2. Strip apx. 5″ of the sheathing from the new pump’s cord to reveal the 3 wires underneath. Be very careful not to nick the wires underneath when you remove the sheath.
  3. Strip apx. 1″ off of each of the wires (the blue, brown and green) and twist each one tightly.
  4. Bring the cord through the side of the furnace and in through the back of the electrical box.

  1. Referring to your photo, twist the wires back together in the same manner they came off.
  2. Screw on the marettes.
  3. Push the wires back into the electrical box.
  1. Replace the covers on the electrical box and the furnace. Clamp the cord to the furnace again to keep things tidy.
  2. Remove the tab from the new pump.
  3. Turn the power back on.
  1. Test your pump by pouring water into it.

Maintaining your pump

Keep it clean. The pump has plugs for the top to keep anything from falling into the pump reservoir. Use them. If something falls in the reservoir (like dust, debris, a piece of LEGO) it can get pumped into the discharge tube or check valve and clog it.

The main reason for clogging though is algae buildup. It gets in the reservoir and grows and grows and grows. That’s easy to prevent by dropping algae preventing tablets into the reservoir. Pan Tablets No. AC-912  will stop algae from growing and clogging any parts.


How long does a condensate pump last?

Maybe 1, maybe 15 years. Like any piece of small equipment with moving parts the more you take care of it the less likely it is to break down. Taking care of a condensate pump means keeping the inside of the casing, the tubing and check valve clean.

Is condensate water drinkable?

I wouldn’t but technically it is potable water that you could use in an emergency.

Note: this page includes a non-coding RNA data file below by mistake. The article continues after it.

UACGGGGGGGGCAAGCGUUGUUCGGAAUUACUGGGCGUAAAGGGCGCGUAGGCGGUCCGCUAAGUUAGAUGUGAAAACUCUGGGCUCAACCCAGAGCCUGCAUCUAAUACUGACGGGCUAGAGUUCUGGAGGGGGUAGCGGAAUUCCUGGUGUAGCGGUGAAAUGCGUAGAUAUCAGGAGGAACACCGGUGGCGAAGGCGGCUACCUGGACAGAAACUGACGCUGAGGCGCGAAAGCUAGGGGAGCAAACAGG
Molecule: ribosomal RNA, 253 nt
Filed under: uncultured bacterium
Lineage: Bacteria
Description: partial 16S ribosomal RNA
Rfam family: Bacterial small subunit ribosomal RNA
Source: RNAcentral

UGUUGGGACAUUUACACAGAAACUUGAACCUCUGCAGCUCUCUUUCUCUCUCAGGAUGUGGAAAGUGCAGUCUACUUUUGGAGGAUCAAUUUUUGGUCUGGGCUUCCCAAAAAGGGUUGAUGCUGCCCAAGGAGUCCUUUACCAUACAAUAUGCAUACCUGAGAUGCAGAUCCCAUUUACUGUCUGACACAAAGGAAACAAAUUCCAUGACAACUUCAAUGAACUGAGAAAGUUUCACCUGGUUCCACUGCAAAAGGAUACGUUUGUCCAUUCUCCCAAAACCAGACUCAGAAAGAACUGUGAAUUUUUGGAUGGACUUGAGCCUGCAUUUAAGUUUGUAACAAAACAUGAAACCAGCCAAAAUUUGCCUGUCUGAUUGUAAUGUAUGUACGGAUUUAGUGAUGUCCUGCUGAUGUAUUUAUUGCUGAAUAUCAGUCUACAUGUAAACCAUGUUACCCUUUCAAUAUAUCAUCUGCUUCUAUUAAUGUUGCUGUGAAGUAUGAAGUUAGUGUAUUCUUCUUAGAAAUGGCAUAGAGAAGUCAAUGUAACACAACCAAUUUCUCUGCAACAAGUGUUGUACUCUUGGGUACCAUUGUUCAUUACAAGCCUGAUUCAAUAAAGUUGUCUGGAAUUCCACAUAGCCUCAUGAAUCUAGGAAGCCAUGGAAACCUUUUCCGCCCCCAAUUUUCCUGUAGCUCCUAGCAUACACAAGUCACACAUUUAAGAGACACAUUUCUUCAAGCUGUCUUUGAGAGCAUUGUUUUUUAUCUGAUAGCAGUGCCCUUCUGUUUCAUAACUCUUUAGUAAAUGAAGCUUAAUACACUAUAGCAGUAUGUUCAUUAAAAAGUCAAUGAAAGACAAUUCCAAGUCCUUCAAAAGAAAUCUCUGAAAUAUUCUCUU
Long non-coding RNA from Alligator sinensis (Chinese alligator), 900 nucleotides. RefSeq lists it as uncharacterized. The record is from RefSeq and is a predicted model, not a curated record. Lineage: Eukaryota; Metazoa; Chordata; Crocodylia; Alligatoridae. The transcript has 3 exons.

Can you use the water for anything?

A good use for any condensate water is for watering plants. I do it myself.

My seed starting setup is in my basement, but I don’t have a water source down there for watering. So using the condensate from my furnace is a perfect solution.

How long does it take to replace?

It depends on whether it’s hardwired or plugged in. Plugging in a new pump will take you all of about 4 seconds.

Replacing a hardwired pump, which involves wiring it to the inside of the furnace, will still only take around 45 minutes.

How much does it cost to replace a condensate pump?

If you DIY it, only the cost of the pump. My Little Giant replacement pump cost $59.

If you call an HVAC company, it will cost around $200.

What’s the safety switch?

Some pumps come with a safety switch built into it. When the pump is clogged and about to overflow, the safety switch will be triggered to sound an alarm or shut the furnace or air conditioner off completely.

If you have a pump without a safety switch, you can buy and install one on your unit.

Which type should you buy?

Just make sure you get the same size in terms of amps, voltage, and horsepower as the one you have now. Or check your furnace manual for their recommendation.

With that job done you can now have a seat, put your feet up and wait for the next thing to break.

Furnace Condensate Pump Installation & Repair


  1. Amrita says:

    I was looking at that thing the other day and was wondering what it was! I have never noticed it on any furnace before. Something to add to my to do list. Thanks!

  2. Lynn says:

    We don’t have that pump, very good read though.

  3. Randy P says: